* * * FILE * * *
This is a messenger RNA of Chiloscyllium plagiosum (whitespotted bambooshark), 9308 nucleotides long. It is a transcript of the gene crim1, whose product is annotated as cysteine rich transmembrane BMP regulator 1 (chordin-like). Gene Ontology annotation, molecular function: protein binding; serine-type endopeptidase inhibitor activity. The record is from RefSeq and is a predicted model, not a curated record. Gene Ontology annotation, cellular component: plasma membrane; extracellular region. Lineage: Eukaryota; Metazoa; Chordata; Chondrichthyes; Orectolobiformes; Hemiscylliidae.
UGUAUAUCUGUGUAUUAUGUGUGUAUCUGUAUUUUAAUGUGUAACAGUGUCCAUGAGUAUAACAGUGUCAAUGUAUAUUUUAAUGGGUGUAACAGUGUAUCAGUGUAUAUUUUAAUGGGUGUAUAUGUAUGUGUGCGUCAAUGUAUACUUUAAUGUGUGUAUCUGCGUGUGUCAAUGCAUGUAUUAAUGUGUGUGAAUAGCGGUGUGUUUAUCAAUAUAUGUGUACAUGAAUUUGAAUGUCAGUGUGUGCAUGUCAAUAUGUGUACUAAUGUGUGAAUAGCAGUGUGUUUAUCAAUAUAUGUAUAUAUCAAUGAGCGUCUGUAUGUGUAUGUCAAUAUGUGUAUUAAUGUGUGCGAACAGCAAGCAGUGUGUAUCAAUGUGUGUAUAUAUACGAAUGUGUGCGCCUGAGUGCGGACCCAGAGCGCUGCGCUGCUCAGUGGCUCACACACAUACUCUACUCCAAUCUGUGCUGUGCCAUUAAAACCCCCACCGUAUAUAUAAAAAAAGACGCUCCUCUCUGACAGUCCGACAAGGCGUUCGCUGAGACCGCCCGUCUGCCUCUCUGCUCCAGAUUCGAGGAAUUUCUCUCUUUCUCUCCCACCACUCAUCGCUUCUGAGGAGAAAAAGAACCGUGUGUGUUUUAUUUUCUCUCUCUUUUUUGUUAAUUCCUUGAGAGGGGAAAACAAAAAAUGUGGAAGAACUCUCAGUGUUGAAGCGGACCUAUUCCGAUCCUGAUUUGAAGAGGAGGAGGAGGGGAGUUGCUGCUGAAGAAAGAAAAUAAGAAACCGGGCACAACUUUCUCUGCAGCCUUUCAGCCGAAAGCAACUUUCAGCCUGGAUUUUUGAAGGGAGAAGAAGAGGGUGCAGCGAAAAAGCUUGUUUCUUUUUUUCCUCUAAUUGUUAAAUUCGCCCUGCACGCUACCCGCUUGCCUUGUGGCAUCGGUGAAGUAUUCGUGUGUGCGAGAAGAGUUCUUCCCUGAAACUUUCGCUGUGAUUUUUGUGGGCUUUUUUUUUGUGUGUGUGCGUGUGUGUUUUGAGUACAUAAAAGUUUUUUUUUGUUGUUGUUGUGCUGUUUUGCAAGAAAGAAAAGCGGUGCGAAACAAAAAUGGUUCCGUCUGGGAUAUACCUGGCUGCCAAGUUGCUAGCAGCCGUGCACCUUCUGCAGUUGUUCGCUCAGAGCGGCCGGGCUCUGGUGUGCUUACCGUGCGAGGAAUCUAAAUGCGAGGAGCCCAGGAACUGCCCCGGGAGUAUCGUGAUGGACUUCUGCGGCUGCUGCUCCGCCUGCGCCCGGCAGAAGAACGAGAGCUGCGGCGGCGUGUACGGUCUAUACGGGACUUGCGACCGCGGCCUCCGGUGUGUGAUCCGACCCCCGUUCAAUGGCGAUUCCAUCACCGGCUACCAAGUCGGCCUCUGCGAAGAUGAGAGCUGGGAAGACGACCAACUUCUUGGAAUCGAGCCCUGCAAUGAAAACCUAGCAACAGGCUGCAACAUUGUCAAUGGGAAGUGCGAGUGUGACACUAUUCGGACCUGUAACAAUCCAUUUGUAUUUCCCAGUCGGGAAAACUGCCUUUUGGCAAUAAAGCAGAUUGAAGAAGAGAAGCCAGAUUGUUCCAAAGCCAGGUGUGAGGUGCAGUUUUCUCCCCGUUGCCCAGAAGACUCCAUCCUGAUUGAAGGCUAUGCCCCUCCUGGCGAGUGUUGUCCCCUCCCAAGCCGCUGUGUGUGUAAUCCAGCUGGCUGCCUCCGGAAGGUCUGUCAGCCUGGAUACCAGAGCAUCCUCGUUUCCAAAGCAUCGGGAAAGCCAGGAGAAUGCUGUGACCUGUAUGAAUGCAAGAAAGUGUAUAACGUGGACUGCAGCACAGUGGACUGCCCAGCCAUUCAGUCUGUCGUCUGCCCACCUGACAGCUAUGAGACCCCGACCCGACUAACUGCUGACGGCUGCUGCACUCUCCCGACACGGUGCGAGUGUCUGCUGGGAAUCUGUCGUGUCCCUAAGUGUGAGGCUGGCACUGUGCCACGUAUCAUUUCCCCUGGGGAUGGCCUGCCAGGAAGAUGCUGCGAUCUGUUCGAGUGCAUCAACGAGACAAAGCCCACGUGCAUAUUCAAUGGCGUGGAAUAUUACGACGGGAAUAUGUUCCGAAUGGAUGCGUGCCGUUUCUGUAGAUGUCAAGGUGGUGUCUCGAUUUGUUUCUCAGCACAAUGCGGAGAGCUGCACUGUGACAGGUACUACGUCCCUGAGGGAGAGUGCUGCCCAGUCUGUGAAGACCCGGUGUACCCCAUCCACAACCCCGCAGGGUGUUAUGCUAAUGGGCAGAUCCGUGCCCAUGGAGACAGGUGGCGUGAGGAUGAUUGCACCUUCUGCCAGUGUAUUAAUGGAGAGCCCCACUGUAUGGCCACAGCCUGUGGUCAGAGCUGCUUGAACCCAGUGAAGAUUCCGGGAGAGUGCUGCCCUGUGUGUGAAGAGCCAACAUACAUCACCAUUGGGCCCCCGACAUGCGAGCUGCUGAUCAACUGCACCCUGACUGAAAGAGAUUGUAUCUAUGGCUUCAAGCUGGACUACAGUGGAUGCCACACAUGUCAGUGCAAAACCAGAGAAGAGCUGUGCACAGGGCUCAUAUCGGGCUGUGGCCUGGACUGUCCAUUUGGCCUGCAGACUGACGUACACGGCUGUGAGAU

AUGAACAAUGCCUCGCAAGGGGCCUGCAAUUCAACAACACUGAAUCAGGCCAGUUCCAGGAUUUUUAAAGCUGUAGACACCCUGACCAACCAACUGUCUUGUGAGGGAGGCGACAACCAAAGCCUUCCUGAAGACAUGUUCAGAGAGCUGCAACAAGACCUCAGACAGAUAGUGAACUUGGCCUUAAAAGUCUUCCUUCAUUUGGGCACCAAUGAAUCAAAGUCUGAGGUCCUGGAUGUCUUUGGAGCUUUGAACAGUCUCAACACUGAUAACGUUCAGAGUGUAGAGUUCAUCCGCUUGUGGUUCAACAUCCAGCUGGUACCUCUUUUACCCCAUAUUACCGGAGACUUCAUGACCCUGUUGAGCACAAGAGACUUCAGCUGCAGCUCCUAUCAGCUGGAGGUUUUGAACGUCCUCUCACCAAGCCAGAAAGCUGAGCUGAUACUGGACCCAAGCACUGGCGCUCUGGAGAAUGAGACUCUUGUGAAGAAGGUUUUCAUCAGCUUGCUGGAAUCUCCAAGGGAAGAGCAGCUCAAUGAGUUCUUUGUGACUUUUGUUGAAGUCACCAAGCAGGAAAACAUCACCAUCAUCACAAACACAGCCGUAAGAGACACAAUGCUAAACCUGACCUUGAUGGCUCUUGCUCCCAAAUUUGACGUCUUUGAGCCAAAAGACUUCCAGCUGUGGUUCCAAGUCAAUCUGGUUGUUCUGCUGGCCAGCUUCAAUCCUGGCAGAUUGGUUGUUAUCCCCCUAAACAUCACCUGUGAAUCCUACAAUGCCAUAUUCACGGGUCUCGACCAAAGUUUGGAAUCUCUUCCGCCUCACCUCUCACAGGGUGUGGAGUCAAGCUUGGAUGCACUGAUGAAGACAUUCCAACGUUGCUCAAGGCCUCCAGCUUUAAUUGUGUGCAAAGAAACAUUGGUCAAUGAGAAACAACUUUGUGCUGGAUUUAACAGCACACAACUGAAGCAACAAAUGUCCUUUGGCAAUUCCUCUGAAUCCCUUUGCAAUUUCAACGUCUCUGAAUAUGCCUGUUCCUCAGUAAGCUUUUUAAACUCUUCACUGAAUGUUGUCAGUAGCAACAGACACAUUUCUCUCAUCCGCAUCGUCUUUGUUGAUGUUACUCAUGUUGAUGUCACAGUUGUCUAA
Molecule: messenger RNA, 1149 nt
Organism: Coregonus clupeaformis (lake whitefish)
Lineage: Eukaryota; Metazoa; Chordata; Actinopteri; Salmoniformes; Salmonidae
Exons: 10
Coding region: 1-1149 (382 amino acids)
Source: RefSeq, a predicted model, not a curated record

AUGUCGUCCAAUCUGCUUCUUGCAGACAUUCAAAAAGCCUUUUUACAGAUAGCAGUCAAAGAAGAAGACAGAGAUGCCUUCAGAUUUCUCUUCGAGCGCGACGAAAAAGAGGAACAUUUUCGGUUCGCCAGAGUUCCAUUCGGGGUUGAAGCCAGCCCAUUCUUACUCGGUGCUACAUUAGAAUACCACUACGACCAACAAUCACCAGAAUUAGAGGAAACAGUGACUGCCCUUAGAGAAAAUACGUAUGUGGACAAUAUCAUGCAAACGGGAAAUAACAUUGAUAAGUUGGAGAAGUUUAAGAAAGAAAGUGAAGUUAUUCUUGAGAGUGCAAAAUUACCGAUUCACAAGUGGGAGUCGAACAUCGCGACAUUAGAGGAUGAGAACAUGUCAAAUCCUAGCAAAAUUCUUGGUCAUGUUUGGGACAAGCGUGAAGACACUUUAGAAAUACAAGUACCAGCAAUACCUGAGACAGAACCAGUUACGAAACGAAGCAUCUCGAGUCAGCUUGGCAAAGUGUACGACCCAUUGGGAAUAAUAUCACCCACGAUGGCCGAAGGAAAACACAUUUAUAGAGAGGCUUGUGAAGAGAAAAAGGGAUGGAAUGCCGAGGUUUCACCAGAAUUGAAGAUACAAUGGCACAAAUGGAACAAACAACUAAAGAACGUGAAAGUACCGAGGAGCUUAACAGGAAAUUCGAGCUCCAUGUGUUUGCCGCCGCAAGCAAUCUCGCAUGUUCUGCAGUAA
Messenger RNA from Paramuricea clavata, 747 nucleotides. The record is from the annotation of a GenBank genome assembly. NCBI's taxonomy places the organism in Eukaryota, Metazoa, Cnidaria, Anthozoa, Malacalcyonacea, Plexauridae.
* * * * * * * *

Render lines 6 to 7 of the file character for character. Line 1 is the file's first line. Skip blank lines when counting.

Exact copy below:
Lineage: Eukaryota; Metazoa; Chordata; Actinopteri; Salmoniformes; Salmonidae
Exons: 10